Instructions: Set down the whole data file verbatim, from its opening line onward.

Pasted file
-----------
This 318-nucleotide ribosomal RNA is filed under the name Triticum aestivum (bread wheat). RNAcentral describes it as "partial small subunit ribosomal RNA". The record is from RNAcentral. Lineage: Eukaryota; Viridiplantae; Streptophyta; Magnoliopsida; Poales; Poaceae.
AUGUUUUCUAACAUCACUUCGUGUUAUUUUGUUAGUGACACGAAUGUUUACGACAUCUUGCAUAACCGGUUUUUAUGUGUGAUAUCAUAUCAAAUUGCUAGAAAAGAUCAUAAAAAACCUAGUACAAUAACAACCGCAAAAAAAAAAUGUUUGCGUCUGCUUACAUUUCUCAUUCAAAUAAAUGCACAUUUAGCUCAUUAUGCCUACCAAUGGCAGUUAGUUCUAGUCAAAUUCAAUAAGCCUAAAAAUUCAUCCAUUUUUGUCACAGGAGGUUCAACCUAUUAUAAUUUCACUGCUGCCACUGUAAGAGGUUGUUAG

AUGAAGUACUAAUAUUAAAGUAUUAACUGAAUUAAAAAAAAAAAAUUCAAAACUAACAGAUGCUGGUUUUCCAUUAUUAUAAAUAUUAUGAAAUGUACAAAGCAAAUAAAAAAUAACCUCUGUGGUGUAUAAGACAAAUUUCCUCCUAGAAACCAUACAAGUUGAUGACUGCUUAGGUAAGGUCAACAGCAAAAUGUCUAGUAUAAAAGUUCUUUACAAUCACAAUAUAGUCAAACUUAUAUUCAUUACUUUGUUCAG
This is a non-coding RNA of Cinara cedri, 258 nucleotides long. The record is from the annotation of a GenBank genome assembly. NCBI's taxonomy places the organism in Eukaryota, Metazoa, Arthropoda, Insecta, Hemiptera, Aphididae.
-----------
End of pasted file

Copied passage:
This 318-nucleotide ribosomal RNA is filed under the name Triticum aestivum (bread wheat). RNAcentral describes it as "partial small subunit ribosomal RNA". The record is from RNAcentral. Lineage: Eukaryota; Viridiplantae; Streptophyta; Magnoliopsida; Poales; Poaceae.
AUGUUUUCUAACAUCACUUCGUGUUAUUUUGUUAGUGACACGAAUGUUUACGACAUCUUGCAUAACCGGUUUUUAUGUGUGAUAUCAUAUCAAAUUGCUAGAAAAGAUCAUAAAAAACCUAGUACAAUAACAACCGCAAAAAAAAAAUGUUUGCGUCUGCUUACAUUUCUCAUUCAAAUAAAUGCACAUUUAGCUCAUUAUGCCUACCAAUGGCAGUUAGUUCUAGUCAAAUUCAAUAAGCCUAAAAAUUCAUCCAUUUUUGUCACAGGAGGUUCAACCUAUUAUAAUUUCACUGCUGCCACUGUAAGAGGUUGUUAG

AUGAAGUACUAAUAUUAAAGUAUUAACUGAAUUAAAAAAAAAAAAUUCAAAACUAACAGAUGCUGGUUUUCCAUUAUUAUAAAUAUUAUGAAAUGUACAAAGCAAAUAAAAAAUAACCUCUGUGGUGUAUAAGACAAAUUUCCUCCUAGAAACCAUACAAGUUGAUGACUGCUUAGGUAAGGUCAACAGCAAAAUGUCUAGUAUAAAAGUUCUUUACAAUCACAAUAUAGUCAAACUUAUAUUCAUUACUUUGUUCAG
This is a non-coding RNA of Cinara cedri, 258 nucleotides long. The record is from the annotation of a GenBank genome assembly. NCBI's taxonomy places the organism in Eukaryota, Metazoa, Arthropoda, Insecta, Hemiptera, Aphididae.